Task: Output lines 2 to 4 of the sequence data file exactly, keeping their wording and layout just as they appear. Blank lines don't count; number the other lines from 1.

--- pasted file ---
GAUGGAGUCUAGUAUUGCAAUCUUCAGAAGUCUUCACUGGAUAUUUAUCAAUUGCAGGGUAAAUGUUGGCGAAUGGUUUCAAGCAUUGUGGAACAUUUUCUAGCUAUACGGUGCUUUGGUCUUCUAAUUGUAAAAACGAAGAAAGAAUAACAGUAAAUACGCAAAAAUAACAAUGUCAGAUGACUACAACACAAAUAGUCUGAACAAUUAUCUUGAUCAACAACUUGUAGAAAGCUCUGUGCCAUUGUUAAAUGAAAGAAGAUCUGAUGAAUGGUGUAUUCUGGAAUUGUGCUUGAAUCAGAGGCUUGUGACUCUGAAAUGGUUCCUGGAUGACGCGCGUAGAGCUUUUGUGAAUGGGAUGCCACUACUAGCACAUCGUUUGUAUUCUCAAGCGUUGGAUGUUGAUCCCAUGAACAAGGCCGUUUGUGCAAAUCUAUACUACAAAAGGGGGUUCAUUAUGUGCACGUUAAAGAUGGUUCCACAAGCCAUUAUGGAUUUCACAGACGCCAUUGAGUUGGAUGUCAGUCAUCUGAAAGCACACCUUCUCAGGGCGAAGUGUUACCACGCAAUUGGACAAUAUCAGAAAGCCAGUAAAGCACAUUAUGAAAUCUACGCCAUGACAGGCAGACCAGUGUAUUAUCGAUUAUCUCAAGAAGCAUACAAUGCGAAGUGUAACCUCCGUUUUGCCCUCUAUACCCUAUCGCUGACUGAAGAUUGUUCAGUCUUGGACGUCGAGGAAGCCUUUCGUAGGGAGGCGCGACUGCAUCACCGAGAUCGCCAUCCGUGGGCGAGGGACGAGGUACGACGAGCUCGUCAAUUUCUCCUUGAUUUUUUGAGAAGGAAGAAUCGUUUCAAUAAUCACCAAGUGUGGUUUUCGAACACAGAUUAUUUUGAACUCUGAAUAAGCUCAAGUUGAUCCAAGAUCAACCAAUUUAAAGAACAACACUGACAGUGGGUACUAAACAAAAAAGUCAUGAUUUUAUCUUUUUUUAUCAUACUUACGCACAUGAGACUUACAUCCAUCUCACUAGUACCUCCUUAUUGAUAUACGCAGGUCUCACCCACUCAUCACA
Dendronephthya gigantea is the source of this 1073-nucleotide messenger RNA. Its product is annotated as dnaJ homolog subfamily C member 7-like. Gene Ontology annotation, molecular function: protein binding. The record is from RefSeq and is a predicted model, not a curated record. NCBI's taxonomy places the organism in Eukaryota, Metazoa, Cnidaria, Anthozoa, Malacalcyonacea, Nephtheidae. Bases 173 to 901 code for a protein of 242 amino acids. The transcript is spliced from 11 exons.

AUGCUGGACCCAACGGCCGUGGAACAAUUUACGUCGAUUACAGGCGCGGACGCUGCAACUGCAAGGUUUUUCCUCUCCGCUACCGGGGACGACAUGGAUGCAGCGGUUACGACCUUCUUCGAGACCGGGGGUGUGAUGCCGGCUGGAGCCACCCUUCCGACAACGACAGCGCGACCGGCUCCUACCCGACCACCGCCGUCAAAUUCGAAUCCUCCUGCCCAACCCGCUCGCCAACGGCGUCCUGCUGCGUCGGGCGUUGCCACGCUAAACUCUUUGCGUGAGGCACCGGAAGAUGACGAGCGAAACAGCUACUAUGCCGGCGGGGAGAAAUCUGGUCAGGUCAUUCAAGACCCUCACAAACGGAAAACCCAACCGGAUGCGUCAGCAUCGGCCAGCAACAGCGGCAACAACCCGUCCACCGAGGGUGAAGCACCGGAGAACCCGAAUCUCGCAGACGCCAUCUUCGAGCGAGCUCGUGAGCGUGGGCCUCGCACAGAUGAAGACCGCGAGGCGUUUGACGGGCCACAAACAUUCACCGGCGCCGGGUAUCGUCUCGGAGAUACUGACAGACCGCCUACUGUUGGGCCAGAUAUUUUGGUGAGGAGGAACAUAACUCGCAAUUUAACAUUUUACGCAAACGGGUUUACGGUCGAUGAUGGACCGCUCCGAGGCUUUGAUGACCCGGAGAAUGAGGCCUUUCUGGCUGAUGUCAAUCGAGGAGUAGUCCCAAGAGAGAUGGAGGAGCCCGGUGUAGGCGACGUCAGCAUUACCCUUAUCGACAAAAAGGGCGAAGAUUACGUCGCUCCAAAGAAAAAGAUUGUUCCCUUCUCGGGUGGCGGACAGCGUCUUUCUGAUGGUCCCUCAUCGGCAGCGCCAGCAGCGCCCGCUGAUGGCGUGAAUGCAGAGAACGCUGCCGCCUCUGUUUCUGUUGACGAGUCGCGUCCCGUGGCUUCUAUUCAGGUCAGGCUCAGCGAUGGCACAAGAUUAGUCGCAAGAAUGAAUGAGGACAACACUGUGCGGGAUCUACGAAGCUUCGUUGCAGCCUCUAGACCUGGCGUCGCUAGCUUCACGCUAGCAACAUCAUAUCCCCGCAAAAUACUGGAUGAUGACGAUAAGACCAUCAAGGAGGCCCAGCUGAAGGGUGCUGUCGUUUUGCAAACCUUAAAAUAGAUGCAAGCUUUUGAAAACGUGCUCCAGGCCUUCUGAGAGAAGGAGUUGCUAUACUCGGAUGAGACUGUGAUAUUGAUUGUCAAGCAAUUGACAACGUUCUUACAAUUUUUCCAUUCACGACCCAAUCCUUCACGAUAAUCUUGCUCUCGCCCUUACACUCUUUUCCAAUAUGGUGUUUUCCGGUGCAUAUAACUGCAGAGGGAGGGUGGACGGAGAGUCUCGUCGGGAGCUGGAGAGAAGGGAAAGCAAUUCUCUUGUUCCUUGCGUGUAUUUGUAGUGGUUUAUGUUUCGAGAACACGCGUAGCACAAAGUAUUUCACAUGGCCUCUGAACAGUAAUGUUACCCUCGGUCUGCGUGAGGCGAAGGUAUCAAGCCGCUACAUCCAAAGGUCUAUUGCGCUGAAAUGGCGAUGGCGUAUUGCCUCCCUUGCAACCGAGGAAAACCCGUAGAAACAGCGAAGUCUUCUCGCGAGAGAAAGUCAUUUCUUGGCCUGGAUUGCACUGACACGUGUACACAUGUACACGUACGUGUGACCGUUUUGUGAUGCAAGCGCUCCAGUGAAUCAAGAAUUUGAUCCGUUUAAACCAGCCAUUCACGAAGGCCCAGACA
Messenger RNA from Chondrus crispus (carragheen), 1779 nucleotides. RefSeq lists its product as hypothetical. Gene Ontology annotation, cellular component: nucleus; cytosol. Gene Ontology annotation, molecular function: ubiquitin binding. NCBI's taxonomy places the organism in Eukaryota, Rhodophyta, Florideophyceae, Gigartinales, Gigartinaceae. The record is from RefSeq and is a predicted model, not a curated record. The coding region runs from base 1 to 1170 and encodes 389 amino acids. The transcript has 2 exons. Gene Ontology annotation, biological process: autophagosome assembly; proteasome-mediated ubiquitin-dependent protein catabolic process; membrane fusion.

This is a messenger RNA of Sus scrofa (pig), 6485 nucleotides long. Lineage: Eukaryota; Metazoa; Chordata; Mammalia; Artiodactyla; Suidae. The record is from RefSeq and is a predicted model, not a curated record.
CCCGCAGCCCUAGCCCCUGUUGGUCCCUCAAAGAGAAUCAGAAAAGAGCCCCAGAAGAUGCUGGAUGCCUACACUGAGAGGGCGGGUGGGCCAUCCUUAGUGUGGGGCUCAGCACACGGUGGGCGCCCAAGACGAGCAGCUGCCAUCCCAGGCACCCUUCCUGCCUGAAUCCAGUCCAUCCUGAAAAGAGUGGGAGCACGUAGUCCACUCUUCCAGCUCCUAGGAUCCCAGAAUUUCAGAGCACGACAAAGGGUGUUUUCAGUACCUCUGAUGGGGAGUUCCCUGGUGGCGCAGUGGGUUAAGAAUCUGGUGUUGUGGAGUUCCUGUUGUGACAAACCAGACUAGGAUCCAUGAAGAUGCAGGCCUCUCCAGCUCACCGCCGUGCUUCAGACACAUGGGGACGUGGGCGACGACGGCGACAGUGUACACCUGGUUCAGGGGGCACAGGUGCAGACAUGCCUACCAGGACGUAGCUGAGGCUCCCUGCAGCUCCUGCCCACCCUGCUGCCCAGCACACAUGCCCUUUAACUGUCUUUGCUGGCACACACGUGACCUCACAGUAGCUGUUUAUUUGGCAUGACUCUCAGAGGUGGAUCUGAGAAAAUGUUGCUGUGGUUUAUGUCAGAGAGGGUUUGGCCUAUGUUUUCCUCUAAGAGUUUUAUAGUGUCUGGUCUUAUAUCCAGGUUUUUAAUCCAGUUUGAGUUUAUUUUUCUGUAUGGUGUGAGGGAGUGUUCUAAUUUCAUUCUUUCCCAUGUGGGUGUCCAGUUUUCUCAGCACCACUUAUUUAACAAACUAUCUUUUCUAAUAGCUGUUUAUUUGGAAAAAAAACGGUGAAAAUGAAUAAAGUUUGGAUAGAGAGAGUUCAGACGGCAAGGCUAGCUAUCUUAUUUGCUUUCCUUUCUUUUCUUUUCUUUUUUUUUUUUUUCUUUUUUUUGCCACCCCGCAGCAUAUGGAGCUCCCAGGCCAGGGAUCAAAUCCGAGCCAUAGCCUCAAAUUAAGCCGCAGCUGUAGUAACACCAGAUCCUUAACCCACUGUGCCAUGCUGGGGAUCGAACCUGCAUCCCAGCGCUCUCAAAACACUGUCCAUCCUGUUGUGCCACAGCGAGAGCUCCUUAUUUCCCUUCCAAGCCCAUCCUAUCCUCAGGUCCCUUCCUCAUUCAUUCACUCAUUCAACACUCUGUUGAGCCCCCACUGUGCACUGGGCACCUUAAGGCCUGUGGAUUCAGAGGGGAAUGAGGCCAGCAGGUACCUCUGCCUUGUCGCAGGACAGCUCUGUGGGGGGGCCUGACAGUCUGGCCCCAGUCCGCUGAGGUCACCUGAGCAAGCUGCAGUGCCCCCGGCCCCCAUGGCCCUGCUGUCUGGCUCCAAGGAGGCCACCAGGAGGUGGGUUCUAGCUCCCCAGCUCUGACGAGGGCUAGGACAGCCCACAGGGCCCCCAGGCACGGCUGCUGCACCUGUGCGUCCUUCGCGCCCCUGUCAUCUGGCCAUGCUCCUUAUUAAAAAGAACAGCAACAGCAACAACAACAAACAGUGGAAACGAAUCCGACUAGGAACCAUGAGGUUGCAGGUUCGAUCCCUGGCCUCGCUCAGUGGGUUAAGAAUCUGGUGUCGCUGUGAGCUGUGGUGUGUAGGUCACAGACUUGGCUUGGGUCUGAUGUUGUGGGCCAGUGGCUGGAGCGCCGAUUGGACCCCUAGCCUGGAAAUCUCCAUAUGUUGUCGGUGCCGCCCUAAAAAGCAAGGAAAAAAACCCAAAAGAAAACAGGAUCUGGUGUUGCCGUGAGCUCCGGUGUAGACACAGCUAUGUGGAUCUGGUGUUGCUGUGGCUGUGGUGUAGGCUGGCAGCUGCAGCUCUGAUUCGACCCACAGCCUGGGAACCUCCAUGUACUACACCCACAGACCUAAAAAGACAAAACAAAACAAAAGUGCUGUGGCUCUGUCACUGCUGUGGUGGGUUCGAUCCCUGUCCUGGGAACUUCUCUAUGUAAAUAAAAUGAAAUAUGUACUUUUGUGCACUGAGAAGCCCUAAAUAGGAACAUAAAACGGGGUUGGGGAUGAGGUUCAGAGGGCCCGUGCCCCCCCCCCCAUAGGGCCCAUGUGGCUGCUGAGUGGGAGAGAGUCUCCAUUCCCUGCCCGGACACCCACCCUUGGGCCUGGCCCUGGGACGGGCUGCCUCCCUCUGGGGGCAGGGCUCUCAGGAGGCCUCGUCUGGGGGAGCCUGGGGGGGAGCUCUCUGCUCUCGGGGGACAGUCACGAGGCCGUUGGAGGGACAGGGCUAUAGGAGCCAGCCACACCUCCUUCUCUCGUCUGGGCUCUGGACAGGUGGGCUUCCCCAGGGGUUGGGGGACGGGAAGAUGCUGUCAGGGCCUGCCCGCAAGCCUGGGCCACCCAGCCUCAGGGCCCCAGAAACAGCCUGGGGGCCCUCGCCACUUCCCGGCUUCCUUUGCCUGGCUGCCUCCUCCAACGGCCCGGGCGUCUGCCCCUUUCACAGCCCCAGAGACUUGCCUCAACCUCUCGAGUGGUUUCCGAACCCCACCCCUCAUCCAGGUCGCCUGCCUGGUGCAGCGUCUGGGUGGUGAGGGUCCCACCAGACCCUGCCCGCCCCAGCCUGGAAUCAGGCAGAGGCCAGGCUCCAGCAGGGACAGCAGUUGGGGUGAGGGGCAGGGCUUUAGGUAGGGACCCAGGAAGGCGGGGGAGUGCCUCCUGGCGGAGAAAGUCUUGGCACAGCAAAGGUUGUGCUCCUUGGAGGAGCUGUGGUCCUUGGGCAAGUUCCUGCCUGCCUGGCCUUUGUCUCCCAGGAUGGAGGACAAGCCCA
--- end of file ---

Dendronephthya gigantea is the source of this 1073-nucleotide messenger RNA. Its product is annotated as dnaJ homolog subfamily C member 7-like. Gene Ontology annotation, molecular function: protein binding. The record is from RefSeq and is a predicted model, not a curated record. NCBI's taxonomy places the organism in Eukaryota, Metazoa, Cnidaria, Anthozoa, Malacalcyonacea, Nephtheidae. Bases 173 to 901 code for a protein of 242 amino acids. The transcript is spliced from 11 exons.

AUGCUGGACCCAACGGCCGUGGAACAAUUUACGUCGAUUACAGGCGCGGACGCUGCAACUGCAAGGUUUUUCCUCUCCGCUACCGGGGACGACAUGGAUGCAGCGGUUACGACCUUCUUCGAGACCGGGGGUGUGAUGCCGGCUGGAGCCACCCUUCCGACAACGACAGCGCGACCGGCUCCUACCCGACCACCGCCGUCAAAUUCGAAUCCUCCUGCCCAACCCGCUCGCCAACGGCGUCCUGCUGCGUCGGGCGUUGCCACGCUAAACUCUUUGCGUGAGGCACCGGAAGAUGACGAGCGAAACAGCUACUAUGCCGGCGGGGAGAAAUCUGGUCAGGUCAUUCAAGACCCUCACAAACGGAAAACCCAACCGGAUGCGUCAGCAUCGGCCAGCAACAGCGGCAACAACCCGUCCACCGAGGGUGAAGCACCGGAGAACCCGAAUCUCGCAGACGCCAUCUUCGAGCGAGCUCGUGAGCGUGGGCCUCGCACAGAUGAAGACCGCGAGGCGUUUGACGGGCCACAAACAUUCACCGGCGCCGGGUAUCGUCUCGGAGAUACUGACAGACCGCCUACUGUUGGGCCAGAUAUUUUGGUGAGGAGGAACAUAACUCGCAAUUUAACAUUUUACGCAAACGGGUUUACGGUCGAUGAUGGACCGCUCCGAGGCUUUGAUGACCCGGAGAAUGAGGCCUUUCUGGCUGAUGUCAAUCGAGGAGUAGUCCCAAGAGAGAUGGAGGAGCCCGGUGUAGGCGACGUCAGCAUUACCCUUAUCGACAAAAAGGGCGAAGAUUACGUCGCUCCAAAGAAAAAGAUUGUUCCCUUCUCGGGUGGCGGACAGCGUCUUUCUGAUGGUCCCUCAUCGGCAGCGCCAGCAGCGCCCGCUGAUGGCGUGAAUGCAGAGAACGCUGCCGCCUCUGUUUCUGUUGACGAGUCGCGUCCCGUGGCUUCUAUUCAGGUCAGGCUCAGCGAUGGCACAAGAUUAGUCGCAAGAAUGAAUGAGGACAACACUGUGCGGGAUCUACGAAGCUUCGUUGCAGCCUCUAGACCUGGCGUCGCUAGCUUCACGCUAGCAACAUCAUAUCCCCGCAAAAUACUGGAUGAUGACGAUAAGACCAUCAAGGAGGCCCAGCUGAAGGGUGCUGUCGUUUUGCAAACCUUAAAAUAGAUGCAAGCUUUUGAAAACGUGCUCCAGGCCUUCUGAGAGAAGGAGUUGCUAUACUCGGAUGAGACUGUGAUAUUGAUUGUCAAGCAAUUGACAACGUUCUUACAAUUUUUCCAUUCACGACCCAAUCCUUCACGAUAAUCUUGCUCUCGCCCUUACACUCUUUUCCAAUAUGGUGUUUUCCGGUGCAUAUAACUGCAGAGGGAGGGUGGACGGAGAGUCUCGUCGGGAGCUGGAGAGAAGGGAAAGCAAUUCUCUUGUUCCUUGCGUGUAUUUGUAGUGGUUUAUGUUUCGAGAACACGCGUAGCACAAAGUAUUUCACAUGGCCUCUGAACAGUAAUGUUACCCUCGGUCUGCGUGAGGCGAAGGUAUCAAGCCGCUACAUCCAAAGGUCUAUUGCGCUGAAAUGGCGAUGGCGUAUUGCCUCCCUUGCAACCGAGGAAAACCCGUAGAAACAGCGAAGUCUUCUCGCGAGAGAAAGUCAUUUCUUGGCCUGGAUUGCACUGACACGUGUACACAUGUACACGUACGUGUGACCGUUUUGUGAUGCAAGCGCUCCAGUGAAUCAAGAAUUUGAUCCGUUUAAACCAGCCAUUCACGAAGGCCCAGACA
Messenger RNA from Chondrus crispus (carragheen), 1779 nucleotides. RefSeq lists its product as hypothetical. Gene Ontology annotation, cellular component: nucleus; cytosol. Gene Ontology annotation, molecular function: ubiquitin binding. NCBI's taxonomy places the organism in Eukaryota, Rhodophyta, Florideophyceae, Gigartinales, Gigartinaceae. The record is from RefSeq and is a predicted model, not a curated record. The coding region runs from base 1 to 1170 and encodes 389 amino acids. The transcript has 2 exons. Gene Ontology annotation, biological process: autophagosome assembly; proteasome-mediated ubiquitin-dependent protein catabolic process; membrane fusion.